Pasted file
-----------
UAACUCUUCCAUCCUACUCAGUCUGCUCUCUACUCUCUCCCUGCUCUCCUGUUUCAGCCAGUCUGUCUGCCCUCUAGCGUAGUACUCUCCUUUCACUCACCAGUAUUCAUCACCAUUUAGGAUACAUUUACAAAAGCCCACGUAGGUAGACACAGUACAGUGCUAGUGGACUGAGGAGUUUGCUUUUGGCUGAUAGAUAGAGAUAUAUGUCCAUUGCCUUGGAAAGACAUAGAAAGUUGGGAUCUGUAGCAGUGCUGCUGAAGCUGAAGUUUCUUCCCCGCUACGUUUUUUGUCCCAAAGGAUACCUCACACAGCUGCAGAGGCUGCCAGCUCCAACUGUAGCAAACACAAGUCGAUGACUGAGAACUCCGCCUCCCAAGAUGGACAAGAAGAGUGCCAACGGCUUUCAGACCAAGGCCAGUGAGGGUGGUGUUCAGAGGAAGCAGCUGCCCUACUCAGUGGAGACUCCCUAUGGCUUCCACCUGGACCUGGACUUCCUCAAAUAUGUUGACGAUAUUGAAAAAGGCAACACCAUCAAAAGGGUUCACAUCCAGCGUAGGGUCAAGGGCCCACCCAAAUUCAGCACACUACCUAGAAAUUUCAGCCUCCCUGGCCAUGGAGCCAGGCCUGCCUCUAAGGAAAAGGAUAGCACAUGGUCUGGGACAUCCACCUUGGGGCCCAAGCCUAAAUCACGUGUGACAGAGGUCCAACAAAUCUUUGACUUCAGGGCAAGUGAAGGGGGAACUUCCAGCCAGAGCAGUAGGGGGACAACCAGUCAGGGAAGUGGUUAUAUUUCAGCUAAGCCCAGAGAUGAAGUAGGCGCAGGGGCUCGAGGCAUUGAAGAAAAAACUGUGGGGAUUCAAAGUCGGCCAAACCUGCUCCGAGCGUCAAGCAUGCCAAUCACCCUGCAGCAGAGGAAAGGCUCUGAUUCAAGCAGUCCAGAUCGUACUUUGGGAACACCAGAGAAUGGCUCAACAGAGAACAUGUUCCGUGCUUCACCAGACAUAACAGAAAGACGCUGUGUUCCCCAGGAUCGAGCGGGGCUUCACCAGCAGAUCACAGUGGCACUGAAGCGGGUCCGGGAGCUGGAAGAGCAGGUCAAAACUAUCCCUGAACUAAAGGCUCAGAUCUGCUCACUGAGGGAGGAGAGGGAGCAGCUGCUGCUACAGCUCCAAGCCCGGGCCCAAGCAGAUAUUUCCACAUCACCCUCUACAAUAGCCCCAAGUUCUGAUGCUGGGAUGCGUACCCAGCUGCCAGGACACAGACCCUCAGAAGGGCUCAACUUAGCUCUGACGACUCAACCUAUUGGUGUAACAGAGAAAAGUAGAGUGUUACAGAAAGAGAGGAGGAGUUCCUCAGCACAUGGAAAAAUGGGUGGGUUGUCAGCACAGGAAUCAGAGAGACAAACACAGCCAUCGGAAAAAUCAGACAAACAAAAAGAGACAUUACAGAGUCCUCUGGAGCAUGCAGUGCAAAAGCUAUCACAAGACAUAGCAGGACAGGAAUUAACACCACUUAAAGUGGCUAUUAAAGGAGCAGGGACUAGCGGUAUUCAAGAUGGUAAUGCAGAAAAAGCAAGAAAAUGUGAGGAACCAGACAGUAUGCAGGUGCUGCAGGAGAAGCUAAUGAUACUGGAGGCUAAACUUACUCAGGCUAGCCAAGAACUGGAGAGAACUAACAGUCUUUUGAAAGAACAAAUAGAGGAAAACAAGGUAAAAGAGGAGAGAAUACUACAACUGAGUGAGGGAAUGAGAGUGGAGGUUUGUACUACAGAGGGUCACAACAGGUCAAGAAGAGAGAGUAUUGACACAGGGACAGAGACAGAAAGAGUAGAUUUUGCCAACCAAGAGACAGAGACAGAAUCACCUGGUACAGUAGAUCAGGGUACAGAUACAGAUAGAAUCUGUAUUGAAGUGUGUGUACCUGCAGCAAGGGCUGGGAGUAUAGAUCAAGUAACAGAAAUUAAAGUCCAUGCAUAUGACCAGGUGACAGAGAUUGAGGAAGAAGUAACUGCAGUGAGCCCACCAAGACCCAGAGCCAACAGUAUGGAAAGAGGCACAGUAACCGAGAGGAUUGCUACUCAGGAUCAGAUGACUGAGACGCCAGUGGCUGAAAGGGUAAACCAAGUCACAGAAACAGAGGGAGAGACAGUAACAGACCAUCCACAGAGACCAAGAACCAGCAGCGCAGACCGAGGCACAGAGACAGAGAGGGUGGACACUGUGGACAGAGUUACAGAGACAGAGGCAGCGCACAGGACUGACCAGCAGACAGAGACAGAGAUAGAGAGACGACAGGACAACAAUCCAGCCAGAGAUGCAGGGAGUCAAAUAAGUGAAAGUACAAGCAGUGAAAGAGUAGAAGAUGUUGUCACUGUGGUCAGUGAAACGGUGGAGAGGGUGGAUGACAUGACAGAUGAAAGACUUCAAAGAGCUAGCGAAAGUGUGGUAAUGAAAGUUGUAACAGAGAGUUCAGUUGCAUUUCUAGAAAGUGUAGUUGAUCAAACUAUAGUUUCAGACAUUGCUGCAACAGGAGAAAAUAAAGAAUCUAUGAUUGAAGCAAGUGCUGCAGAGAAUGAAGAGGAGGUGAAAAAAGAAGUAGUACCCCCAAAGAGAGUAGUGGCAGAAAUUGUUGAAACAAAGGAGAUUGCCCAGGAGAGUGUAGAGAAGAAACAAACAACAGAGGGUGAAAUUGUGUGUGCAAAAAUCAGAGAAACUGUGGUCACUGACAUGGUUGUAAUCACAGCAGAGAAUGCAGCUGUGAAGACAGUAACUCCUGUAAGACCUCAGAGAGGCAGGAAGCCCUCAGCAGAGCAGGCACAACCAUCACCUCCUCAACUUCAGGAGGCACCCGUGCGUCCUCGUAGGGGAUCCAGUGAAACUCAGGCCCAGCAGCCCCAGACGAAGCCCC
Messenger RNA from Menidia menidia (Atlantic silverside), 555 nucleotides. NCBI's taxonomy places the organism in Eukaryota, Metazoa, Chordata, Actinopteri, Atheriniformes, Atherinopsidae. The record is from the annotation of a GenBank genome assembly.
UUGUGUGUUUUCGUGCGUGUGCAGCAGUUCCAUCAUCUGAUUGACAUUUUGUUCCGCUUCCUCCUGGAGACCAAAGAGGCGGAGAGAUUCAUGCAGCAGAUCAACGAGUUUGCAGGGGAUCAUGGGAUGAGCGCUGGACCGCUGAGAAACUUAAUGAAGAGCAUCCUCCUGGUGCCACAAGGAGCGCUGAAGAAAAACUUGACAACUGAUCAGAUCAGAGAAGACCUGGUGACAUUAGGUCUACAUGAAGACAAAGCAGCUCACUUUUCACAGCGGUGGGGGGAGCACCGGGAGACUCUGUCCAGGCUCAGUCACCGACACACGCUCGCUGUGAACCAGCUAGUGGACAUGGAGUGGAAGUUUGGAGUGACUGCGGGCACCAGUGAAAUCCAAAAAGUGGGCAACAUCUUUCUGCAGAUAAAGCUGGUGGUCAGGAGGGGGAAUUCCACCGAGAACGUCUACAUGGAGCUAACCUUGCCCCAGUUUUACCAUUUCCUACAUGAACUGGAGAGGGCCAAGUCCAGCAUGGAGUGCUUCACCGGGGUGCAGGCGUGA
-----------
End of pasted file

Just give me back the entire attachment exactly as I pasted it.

UAACUCUUCCAUCCUACUCAGUCUGCUCUCUACUCUCUCCCUGCUCUCCUGUUUCAGCCAGUCUGUCUGCCCUCUAGCGUAGUACUCUCCUUUCACUCACCAGUAUUCAUCACCAUUUAGGAUACAUUUACAAAAGCCCACGUAGGUAGACACAGUACAGUGCUAGUGGACUGAGGAGUUUGCUUUUGGCUGAUAGAUAGAGAUAUAUGUCCAUUGCCUUGGAAAGACAUAGAAAGUUGGGAUCUGUAGCAGUGCUGCUGAAGCUGAAGUUUCUUCCCCGCUACGUUUUUUGUCCCAAAGGAUACCUCACACAGCUGCAGAGGCUGCCAGCUCCAACUGUAGCAAACACAAGUCGAUGACUGAGAACUCCGCCUCCCAAGAUGGACAAGAAGAGUGCCAACGGCUUUCAGACCAAGGCCAGUGAGGGUGGUGUUCAGAGGAAGCAGCUGCCCUACUCAGUGGAGACUCCCUAUGGCUUCCACCUGGACCUGGACUUCCUCAAAUAUGUUGACGAUAUUGAAAAAGGCAACACCAUCAAAAGGGUUCACAUCCAGCGUAGGGUCAAGGGCCCACCCAAAUUCAGCACACUACCUAGAAAUUUCAGCCUCCCUGGCCAUGGAGCCAGGCCUGCCUCUAAGGAAAAGGAUAGCACAUGGUCUGGGACAUCCACCUUGGGGCCCAAGCCUAAAUCACGUGUGACAGAGGUCCAACAAAUCUUUGACUUCAGGGCAAGUGAAGGGGGAACUUCCAGCCAGAGCAGUAGGGGGACAACCAGUCAGGGAAGUGGUUAUAUUUCAGCUAAGCCCAGAGAUGAAGUAGGCGCAGGGGCUCGAGGCAUUGAAGAAAAAACUGUGGGGAUUCAAAGUCGGCCAAACCUGCUCCGAGCGUCAAGCAUGCCAAUCACCCUGCAGCAGAGGAAAGGCUCUGAUUCAAGCAGUCCAGAUCGUACUUUGGGAACACCAGAGAAUGGCUCAACAGAGAACAUGUUCCGUGCUUCACCAGACAUAACAGAAAGACGCUGUGUUCCCCAGGAUCGAGCGGGGCUUCACCAGCAGAUCACAGUGGCACUGAAGCGGGUCCGGGAGCUGGAAGAGCAGGUCAAAACUAUCCCUGAACUAAAGGCUCAGAUCUGCUCACUGAGGGAGGAGAGGGAGCAGCUGCUGCUACAGCUCCAAGCCCGGGCCCAAGCAGAUAUUUCCACAUCACCCUCUACAAUAGCCCCAAGUUCUGAUGCUGGGAUGCGUACCCAGCUGCCAGGACACAGACCCUCAGAAGGGCUCAACUUAGCUCUGACGACUCAACCUAUUGGUGUAACAGAGAAAAGUAGAGUGUUACAGAAAGAGAGGAGGAGUUCCUCAGCACAUGGAAAAAUGGGUGGGUUGUCAGCACAGGAAUCAGAGAGACAAACACAGCCAUCGGAAAAAUCAGACAAACAAAAAGAGACAUUACAGAGUCCUCUGGAGCAUGCAGUGCAAAAGCUAUCACAAGACAUAGCAGGACAGGAAUUAACACCACUUAAAGUGGCUAUUAAAGGAGCAGGGACUAGCGGUAUUCAAGAUGGUAAUGCAGAAAAAGCAAGAAAAUGUGAGGAACCAGACAGUAUGCAGGUGCUGCAGGAGAAGCUAAUGAUACUGGAGGCUAAACUUACUCAGGCUAGCCAAGAACUGGAGAGAACUAACAGUCUUUUGAAAGAACAAAUAGAGGAAAACAAGGUAAAAGAGGAGAGAAUACUACAACUGAGUGAGGGAAUGAGAGUGGAGGUUUGUACUACAGAGGGUCACAACAGGUCAAGAAGAGAGAGUAUUGACACAGGGACAGAGACAGAAAGAGUAGAUUUUGCCAACCAAGAGACAGAGACAGAAUCACCUGGUACAGUAGAUCAGGGUACAGAUACAGAUAGAAUCUGUAUUGAAGUGUGUGUACCUGCAGCAAGGGCUGGGAGUAUAGAUCAAGUAACAGAAAUUAAAGUCCAUGCAUAUGACCAGGUGACAGAGAUUGAGGAAGAAGUAACUGCAGUGAGCCCACCAAGACCCAGAGCCAACAGUAUGGAAAGAGGCACAGUAACCGAGAGGAUUGCUACUCAGGAUCAGAUGACUGAGACGCCAGUGGCUGAAAGGGUAAACCAAGUCACAGAAACAGAGGGAGAGACAGUAACAGACCAUCCACAGAGACCAAGAACCAGCAGCGCAGACCGAGGCACAGAGACAGAGAGGGUGGACACUGUGGACAGAGUUACAGAGACAGAGGCAGCGCACAGGACUGACCAGCAGACAGAGACAGAGAUAGAGAGACGACAGGACAACAAUCCAGCCAGAGAUGCAGGGAGUCAAAUAAGUGAAAGUACAAGCAGUGAAAGAGUAGAAGAUGUUGUCACUGUGGUCAGUGAAACGGUGGAGAGGGUGGAUGACAUGACAGAUGAAAGACUUCAAAGAGCUAGCGAAAGUGUGGUAAUGAAAGUUGUAACAGAGAGUUCAGUUGCAUUUCUAGAAAGUGUAGUUGAUCAAACUAUAGUUUCAGACAUUGCUGCAACAGGAGAAAAUAAAGAAUCUAUGAUUGAAGCAAGUGCUGCAGAGAAUGAAGAGGAGGUGAAAAAAGAAGUAGUACCCCCAAAGAGAGUAGUGGCAGAAAUUGUUGAAACAAAGGAGAUUGCCCAGGAGAGUGUAGAGAAGAAACAAACAACAGAGGGUGAAAUUGUGUGUGCAAAAAUCAGAGAAACUGUGGUCACUGACAUGGUUGUAAUCACAGCAGAGAAUGCAGCUGUGAAGACAGUAACUCCUGUAAGACCUCAGAGAGGCAGGAAGCCCUCAGCAGAGCAGGCACAACCAUCACCUCCUCAACUUCAGGAGGCACCCGUGCGUCCUCGUAGGGGAUCCAGUGAAACUCAGGCCCAGCAGCCCCAGACGAAGCCCC
Messenger RNA from Menidia menidia (Atlantic silverside), 555 nucleotides. NCBI's taxonomy places the organism in Eukaryota, Metazoa, Chordata, Actinopteri, Atheriniformes, Atherinopsidae. The record is from the annotation of a GenBank genome assembly.
UUGUGUGUUUUCGUGCGUGUGCAGCAGUUCCAUCAUCUGAUUGACAUUUUGUUCCGCUUCCUCCUGGAGACCAAAGAGGCGGAGAGAUUCAUGCAGCAGAUCAACGAGUUUGCAGGGGAUCAUGGGAUGAGCGCUGGACCGCUGAGAAACUUAAUGAAGAGCAUCCUCCUGGUGCCACAAGGAGCGCUGAAGAAAAACUUGACAACUGAUCAGAUCAGAGAAGACCUGGUGACAUUAGGUCUACAUGAAGACAAAGCAGCUCACUUUUCACAGCGGUGGGGGGAGCACCGGGAGACUCUGUCCAGGCUCAGUCACCGACACACGCUCGCUGUGAACCAGCUAGUGGACAUGGAGUGGAAGUUUGGAGUGACUGCGGGCACCAGUGAAAUCCAAAAAGUGGGCAACAUCUUUCUGCAGAUAAAGCUGGUGGUCAGGAGGGGGAAUUCCACCGAGAACGUCUACAUGGAGCUAACCUUGCCCCAGUUUUACCAUUUCCUACAUGAACUGGAGAGGGCCAAGUCCAGCAUGGAGUGCUUCACCGGGGUGCAGGCGUGA